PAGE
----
What Sabonis did should have been hard for any player, impossible for a 7’3 center. He made it look natural.
For the better part of a decade, though, Sabonis became Portland’s version of the girlfriend in Canada. Supposedly he existed, but nobody this side of the border had seen him in person. East-West politics kept him firmly in Lithuania during his early 20’s. Playing in Spain occupied the later years.
During the interim, Blazers fans had plenty to distract them. Clyde Drexler and company would make runs to the NBA Finals in 1990 and 1992. Nowhere to be found, Sabonis became an afterthought.
After Drexler was traded and the cupboard began to look bare, thoughts returned to the international superstar. Fortunately, he was now prepared to step into the NBA. In the Summer of 1995, the big news came. Portland had finally signed their man.
In his debut month with the Blazers, Sabonis hit double figures in 10 of 13 games, twice scoring 20, despite averaging just 23 minutes per game. He hit 65% from the field and shot 58% on 26 three-point attempts. Portland expected something big and they got it.
The first impression of anyone who’s actually stepped into the same room with Sabonis is that he is huge. Whatever you think NBA-big is, he’s bigger. Sabas made power forwards look like point guards. Seriously, it was like, “What’s that shadow that just engulfed Buck Williams? Oh geez, look at him standing next to Sabas!” It was like a mountain came to earth and put on sneakers.
That said, 1995 Arvydas Sabonis resembled his early highlight films the way a 52-year-old divorced father of three resembles his Tinder profile pics. He was only 31, but a billion basketball miles playing as a Euro star and figurehead for Soviet dominance had left his knees with the consistency of cottage cheese. He was recovering from a ruptured Achilles’ tendon and botched foot surgery. He looked girthy and moved like a glacier. Obviously Portland wasn’t getting prime Sabonis.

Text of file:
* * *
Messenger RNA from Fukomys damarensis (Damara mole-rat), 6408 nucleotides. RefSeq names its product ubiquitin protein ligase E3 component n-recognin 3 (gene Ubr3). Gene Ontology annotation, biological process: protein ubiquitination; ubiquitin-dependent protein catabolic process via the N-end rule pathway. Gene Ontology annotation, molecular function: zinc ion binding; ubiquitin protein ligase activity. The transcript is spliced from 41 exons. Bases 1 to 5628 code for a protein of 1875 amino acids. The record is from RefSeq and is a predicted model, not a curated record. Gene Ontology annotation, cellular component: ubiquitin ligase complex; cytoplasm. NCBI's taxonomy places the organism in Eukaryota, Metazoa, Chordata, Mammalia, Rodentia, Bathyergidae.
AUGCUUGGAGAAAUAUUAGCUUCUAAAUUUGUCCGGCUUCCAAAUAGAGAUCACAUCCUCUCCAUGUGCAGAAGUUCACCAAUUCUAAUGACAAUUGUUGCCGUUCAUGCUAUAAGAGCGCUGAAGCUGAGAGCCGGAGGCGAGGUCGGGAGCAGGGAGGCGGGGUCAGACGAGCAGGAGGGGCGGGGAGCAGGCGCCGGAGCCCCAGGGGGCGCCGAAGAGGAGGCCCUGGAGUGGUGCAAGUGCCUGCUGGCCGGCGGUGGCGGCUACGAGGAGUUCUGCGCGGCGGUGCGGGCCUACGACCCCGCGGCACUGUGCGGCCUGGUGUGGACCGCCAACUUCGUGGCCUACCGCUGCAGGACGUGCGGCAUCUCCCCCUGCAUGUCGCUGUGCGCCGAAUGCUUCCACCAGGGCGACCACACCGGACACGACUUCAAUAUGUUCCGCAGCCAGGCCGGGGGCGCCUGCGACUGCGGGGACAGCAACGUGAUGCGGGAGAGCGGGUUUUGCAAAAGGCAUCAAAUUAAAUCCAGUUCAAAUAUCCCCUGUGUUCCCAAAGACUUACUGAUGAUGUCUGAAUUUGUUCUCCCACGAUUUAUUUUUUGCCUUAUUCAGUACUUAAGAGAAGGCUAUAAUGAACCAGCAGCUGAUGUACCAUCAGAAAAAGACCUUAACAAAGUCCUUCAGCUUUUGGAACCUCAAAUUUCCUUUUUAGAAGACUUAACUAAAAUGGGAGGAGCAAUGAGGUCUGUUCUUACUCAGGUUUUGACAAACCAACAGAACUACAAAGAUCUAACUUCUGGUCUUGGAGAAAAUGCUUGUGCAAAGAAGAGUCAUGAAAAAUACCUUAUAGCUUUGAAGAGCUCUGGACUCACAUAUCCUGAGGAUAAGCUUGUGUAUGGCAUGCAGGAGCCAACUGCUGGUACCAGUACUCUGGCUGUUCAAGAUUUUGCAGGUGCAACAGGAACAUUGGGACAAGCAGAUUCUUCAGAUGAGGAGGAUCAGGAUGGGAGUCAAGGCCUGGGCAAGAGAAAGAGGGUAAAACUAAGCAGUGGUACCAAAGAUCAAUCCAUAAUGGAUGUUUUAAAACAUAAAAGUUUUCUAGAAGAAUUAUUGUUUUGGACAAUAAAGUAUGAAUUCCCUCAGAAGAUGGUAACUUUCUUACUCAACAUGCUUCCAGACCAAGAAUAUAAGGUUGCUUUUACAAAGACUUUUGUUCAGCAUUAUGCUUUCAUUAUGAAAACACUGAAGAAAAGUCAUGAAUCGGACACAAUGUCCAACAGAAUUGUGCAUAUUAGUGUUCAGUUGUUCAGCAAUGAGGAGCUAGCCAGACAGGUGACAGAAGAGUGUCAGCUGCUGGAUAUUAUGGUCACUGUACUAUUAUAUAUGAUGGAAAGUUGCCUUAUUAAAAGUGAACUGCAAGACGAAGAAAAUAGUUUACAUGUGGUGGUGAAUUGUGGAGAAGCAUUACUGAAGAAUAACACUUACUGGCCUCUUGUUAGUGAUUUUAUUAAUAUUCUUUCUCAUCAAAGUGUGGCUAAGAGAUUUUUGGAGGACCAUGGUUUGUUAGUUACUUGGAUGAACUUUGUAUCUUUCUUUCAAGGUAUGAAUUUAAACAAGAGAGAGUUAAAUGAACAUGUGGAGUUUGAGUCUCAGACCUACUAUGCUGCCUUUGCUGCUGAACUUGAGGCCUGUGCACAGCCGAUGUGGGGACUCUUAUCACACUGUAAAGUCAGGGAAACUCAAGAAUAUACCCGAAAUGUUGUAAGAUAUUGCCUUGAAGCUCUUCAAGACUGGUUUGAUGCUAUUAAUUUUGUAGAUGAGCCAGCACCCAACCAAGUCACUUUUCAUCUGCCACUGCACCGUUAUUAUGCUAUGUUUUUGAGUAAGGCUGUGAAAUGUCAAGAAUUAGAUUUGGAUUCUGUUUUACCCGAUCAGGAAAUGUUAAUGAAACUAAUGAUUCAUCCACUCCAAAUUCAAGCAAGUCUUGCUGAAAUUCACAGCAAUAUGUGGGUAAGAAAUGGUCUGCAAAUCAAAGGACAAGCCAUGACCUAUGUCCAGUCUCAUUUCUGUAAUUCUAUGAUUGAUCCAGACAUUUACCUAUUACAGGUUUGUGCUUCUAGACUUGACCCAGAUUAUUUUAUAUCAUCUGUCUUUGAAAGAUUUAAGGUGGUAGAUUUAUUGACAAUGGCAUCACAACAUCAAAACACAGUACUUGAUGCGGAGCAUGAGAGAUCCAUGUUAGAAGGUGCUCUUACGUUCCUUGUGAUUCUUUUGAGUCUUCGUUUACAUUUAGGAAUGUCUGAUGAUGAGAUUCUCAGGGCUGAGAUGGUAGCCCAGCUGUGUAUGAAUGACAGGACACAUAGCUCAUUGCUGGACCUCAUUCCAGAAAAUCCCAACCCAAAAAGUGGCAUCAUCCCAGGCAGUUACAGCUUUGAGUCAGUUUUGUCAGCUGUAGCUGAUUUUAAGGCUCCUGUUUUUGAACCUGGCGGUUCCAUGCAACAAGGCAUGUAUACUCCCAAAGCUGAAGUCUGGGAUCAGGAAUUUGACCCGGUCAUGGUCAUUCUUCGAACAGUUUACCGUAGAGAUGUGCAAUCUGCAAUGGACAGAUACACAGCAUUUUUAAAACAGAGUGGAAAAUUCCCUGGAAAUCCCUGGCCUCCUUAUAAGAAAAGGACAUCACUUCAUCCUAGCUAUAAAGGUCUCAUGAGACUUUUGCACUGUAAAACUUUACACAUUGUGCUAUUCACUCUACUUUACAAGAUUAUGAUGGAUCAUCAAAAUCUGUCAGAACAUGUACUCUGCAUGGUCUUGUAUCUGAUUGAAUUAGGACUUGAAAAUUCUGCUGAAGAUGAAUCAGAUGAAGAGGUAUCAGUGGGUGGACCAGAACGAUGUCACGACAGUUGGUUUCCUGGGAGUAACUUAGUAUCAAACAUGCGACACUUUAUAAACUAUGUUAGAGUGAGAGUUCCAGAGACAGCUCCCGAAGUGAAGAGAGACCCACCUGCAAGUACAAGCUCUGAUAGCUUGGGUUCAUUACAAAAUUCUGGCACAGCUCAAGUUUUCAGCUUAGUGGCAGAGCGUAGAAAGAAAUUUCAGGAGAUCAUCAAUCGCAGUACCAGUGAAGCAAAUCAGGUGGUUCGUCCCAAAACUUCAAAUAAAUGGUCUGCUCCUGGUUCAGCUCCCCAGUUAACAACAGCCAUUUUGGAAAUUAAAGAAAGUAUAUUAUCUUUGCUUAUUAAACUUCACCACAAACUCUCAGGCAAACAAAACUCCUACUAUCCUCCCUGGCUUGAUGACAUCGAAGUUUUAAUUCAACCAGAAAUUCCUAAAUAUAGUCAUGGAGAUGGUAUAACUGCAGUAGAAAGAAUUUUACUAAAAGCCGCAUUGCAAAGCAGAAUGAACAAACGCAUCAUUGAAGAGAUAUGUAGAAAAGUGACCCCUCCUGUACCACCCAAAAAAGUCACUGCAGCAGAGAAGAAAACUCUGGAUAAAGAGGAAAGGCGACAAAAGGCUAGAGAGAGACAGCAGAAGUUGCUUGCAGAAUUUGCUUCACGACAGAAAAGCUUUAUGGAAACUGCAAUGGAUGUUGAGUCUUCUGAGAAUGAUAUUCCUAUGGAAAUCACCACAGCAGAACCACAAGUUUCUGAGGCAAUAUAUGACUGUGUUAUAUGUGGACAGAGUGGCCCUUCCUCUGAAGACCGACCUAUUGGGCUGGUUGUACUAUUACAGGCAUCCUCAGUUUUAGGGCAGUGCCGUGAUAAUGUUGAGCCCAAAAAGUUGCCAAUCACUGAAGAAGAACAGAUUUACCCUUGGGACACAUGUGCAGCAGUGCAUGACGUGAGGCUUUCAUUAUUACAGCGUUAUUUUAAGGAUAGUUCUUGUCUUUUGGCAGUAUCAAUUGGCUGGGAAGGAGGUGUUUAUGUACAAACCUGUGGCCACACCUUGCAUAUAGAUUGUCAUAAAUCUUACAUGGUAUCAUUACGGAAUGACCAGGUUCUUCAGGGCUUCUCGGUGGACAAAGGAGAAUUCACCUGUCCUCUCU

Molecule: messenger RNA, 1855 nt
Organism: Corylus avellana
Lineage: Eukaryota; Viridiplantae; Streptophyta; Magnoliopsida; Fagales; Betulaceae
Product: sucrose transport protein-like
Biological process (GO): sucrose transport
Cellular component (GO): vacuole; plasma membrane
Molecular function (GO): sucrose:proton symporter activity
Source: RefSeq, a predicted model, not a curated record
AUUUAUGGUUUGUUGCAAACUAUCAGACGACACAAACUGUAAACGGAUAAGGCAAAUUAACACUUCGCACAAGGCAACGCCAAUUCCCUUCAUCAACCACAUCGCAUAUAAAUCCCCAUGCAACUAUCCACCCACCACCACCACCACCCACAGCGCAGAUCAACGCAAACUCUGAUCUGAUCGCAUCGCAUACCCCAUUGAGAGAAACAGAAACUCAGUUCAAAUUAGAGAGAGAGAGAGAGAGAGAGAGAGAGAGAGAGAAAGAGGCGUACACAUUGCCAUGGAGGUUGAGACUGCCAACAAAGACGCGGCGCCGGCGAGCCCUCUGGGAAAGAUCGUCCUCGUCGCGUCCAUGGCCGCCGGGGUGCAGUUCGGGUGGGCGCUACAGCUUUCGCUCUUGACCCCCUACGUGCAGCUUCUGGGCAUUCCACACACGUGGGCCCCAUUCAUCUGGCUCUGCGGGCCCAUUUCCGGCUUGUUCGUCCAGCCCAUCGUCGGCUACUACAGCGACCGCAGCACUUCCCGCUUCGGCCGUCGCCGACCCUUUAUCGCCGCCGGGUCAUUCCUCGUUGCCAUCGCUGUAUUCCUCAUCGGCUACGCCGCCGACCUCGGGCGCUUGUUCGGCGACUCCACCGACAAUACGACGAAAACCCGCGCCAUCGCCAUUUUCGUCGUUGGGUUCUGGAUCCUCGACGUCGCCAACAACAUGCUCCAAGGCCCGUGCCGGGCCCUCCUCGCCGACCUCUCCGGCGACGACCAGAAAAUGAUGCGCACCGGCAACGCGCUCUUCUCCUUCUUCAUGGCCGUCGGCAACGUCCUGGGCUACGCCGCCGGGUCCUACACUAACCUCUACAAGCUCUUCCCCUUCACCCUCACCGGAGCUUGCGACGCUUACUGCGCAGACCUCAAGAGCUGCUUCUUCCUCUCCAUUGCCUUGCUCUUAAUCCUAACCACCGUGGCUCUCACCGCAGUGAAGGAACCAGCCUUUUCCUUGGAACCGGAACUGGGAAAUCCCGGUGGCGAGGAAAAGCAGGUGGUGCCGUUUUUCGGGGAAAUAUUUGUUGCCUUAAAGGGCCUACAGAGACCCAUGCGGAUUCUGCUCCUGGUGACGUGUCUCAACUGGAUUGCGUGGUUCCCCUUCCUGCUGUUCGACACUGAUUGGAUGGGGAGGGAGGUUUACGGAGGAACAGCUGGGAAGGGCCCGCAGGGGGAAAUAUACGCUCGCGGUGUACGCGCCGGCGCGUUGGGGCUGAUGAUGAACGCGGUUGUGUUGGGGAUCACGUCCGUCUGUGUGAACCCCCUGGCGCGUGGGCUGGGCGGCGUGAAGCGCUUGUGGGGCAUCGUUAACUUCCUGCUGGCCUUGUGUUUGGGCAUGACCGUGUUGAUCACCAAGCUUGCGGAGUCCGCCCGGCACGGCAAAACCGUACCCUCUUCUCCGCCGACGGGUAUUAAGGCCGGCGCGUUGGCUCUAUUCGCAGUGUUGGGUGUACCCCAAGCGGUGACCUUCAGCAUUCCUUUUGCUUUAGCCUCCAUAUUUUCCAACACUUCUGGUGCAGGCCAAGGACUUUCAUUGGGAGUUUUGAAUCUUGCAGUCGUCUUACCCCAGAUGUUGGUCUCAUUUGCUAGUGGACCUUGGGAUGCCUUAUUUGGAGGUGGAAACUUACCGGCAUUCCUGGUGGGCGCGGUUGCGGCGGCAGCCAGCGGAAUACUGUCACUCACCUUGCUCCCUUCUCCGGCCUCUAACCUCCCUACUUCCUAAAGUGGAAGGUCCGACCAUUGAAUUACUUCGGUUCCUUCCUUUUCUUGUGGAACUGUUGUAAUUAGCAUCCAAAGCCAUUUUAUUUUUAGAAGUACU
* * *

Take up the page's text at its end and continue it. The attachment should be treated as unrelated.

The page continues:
Even so, the ent-like, playing-through-constant-pain version of Sabas was still as impressive as any center the Blazers had seen this side of Bill Walton. He played fewer than 24 minutes per night coming off the bench behind Chris Dudley, but he still averaged 14.5 points and 8.1 rebounds. That translates to 22 points and 12 rebounds per 36 minutes. “Start that man!” cried the fans.
That’s exactly what the Blazers did between the end of 1996 and 2001. Sabonis’ scoring and three-point percentages would slip as he continued to age, but his rebounding never did. Nor did the phenomenal passing ability which would soon become a Portland staple.
Sabas could catch at the three-point arc, then whip the ball into a post player or cutter before you could blink. The inverse worked too. When he caught in the post, defenders never knew whether he was going to roll to the rim for a layup or wave the ball around in one giant mitt like a dad playing in the driveway with eight-year-olds, only to flick it to a shooter or driver. (Flip a coin whether he dished it behind his back or behind his head.)
Or hey, why not mix it up and imagine Sabonis as the cutter? He didn’t dunk much anymore, but his hands were covered in flypaper and he could convert a layup in a hundred ways on either side of the rim. Sabas had size like Yao Ming, moves like Isiah Thomas.
Sabonis never once attempted more than 11 shots in a game during his rookie season. He would still score 20 or more 17 times. He saved his best for the playoffs, where he poured in 26, 26, 27, and 25 versus the Utah Jazz during a five-game series loss. As it turned out, Felton Spencer and Greg Ostertag weren’t quite equipped to handle him. He’d earn All-Rookie Team honors when the season was complete.